The age of mobile internet is here. The pendulum has swung, and more people now browse the internet using a mobile device than ever before, outweighing the use of desktops and laptops. This fact has a direct impact on your donors’ online giving experience: This means that people are more likely to view your website, read your content, and donate to your org on a mobile device.
people are more likely to view your website, read your content, and donate to your org on a mobile device
Is your website ready for that?
We would guess not, based on that average nonprofit’s website we run into. And while the ‘80s are seemingly the latest craze, it’s probably not the best advice to let this trend bleed over into your web design.
We’ve compiled a few not-so-80s tips to bring your nonprofit’s website design into the ‘10s…or whatever they’re calling it.
Make it mobile
Mobile-optimized is a term that everyone throws out. It’s so ubiquitous because it’s so important. All this really means is that the formatting plays nice when viewed on a phone or tablet. You can see the website in all its glory on a desktop or laptop, and then it’s streamlined (usually into a single column) to be viewed on a mobile device.
This optimization is extremely important. With 75% of young donors declining to give because of an out-of-date website, it’s vital that your most accessible giving platform is easily approachable.
Once your website’s layout is friendly and cohesive, it’s time to shift focus to the habits of mobile users.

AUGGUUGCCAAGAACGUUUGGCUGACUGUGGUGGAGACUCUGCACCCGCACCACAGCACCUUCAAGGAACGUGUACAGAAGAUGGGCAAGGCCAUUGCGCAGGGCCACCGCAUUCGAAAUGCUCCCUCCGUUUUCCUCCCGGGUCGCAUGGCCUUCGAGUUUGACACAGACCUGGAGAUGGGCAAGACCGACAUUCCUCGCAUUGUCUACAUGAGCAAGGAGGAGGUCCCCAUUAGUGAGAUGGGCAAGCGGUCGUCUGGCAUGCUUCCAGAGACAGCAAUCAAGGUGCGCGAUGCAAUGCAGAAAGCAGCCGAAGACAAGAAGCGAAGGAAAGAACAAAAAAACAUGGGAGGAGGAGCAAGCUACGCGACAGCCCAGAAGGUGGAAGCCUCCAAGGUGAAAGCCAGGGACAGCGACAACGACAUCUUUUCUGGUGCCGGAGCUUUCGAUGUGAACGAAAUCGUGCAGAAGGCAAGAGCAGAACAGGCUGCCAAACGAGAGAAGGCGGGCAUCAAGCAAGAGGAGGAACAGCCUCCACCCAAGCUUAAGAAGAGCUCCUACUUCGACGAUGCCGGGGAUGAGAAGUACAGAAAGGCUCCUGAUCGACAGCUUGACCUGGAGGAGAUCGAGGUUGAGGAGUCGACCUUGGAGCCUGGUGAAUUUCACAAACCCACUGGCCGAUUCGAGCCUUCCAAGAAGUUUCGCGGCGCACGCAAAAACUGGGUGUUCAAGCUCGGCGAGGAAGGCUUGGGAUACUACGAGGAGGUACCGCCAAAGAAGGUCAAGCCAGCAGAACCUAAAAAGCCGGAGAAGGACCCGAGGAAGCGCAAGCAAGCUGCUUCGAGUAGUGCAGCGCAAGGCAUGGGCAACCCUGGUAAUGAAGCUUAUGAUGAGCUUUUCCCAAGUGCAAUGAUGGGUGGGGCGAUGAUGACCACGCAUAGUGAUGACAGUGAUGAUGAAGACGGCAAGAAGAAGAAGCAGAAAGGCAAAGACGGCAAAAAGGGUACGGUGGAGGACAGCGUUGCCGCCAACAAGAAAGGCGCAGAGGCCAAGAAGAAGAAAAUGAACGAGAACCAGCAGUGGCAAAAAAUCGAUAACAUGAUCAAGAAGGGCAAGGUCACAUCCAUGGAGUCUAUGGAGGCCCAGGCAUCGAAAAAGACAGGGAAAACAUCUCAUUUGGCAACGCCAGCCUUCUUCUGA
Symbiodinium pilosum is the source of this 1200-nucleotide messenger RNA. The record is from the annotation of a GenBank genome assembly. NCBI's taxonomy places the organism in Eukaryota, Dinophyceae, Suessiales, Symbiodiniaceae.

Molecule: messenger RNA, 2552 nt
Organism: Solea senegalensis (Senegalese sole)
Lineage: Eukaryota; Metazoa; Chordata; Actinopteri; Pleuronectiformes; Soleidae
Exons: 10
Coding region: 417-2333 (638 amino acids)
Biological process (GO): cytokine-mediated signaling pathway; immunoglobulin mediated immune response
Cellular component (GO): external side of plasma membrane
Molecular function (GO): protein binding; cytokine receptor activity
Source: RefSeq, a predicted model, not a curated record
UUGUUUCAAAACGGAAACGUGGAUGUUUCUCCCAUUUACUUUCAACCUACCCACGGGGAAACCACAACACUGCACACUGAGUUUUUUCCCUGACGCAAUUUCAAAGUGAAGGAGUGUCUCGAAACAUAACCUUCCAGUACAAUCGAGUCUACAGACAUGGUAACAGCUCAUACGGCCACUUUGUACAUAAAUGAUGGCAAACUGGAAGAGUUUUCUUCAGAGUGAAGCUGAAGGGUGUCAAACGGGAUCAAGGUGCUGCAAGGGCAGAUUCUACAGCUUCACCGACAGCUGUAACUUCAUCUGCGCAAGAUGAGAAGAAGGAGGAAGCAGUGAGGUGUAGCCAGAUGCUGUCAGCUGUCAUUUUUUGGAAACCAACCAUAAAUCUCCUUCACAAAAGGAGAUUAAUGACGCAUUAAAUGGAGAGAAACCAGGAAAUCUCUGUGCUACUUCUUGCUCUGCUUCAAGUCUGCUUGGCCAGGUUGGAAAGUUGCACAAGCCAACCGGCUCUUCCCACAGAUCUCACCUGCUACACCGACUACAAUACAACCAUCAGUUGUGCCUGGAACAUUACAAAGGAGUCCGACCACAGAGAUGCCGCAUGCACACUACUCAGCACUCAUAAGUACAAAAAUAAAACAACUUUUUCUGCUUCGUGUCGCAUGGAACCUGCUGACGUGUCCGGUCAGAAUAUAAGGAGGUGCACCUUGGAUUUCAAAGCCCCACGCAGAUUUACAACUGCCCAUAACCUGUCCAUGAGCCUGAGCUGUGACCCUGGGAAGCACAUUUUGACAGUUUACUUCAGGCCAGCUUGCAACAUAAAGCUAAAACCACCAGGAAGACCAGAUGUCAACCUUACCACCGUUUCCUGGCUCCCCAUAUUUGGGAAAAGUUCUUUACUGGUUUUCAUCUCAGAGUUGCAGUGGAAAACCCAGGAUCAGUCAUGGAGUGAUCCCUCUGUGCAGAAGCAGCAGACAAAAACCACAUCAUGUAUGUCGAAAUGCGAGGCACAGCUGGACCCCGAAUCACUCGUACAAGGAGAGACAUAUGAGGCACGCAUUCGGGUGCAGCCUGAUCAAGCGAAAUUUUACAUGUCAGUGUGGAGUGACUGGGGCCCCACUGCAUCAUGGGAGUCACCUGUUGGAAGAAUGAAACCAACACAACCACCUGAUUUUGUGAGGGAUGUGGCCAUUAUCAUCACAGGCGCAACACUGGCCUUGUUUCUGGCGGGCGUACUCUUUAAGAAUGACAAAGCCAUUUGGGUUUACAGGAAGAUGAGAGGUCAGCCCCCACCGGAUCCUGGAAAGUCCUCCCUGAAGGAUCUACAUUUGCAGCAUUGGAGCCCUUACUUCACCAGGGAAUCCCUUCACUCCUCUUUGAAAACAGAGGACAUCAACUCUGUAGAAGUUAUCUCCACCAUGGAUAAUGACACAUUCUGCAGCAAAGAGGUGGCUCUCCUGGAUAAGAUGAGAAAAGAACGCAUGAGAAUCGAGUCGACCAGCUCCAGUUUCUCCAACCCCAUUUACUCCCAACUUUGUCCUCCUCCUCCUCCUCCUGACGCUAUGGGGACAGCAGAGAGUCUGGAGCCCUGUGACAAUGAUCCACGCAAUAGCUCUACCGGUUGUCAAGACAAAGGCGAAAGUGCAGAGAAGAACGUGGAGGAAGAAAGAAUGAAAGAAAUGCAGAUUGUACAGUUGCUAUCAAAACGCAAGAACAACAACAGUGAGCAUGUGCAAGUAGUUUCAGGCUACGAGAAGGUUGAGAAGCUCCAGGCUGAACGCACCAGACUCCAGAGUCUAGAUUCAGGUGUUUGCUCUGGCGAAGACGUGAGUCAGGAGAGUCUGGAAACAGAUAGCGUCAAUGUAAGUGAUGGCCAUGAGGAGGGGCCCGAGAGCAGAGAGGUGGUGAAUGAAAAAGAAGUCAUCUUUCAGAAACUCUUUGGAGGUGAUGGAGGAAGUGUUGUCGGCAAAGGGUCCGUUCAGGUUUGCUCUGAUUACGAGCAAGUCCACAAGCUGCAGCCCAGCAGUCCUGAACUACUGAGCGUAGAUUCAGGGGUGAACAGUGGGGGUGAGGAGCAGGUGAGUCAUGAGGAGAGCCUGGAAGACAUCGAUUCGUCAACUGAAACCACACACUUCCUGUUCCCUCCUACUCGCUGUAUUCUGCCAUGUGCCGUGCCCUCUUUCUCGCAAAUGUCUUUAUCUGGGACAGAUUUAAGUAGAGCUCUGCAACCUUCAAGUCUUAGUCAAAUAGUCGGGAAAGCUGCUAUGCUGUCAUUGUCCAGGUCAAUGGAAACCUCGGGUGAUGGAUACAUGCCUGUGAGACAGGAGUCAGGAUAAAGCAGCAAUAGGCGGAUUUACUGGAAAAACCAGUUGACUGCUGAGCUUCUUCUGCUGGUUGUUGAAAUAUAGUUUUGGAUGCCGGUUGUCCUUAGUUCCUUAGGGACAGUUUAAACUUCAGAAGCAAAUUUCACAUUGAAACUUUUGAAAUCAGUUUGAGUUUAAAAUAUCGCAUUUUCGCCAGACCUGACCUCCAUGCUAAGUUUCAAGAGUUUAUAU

Make it friction-less
The term friction in this case refers to the amount of obstacles a constituent encounters in trying to donate. Yes, mobile layouts are part of this (eliminating the dreaded pinch and zoom needed to navigate desktop sites while on a phone). But it hinges on expectation.
When using a phone to surf, shop, or donate, the expectation is that everything is easy. Think about Amazon’s 1-Click Buy. Customers (and donors) don’t want to wade through long forms, forced to type in all their personal info on a touchscreen. Few fields, pre-filled options, and seamless surfing (opposite of being redirected) are what mobile users expect.
As a nonprofit, there are a myriad of things requiring your attention and budget. On top of that, it’s difficult to convince board members to allocate money toward improving a website – especially if a redesign has been done at all in the last handful of years. It seems like a bottomless hole.
But the stats don’t lie. Making your website and online giving experience up-to-date, mobile-friendly, and frictionless will be more pivotal in the years to come than ever before. Now is a good time to get ahead of the mobile trend and prepare for that type of traffic to increase.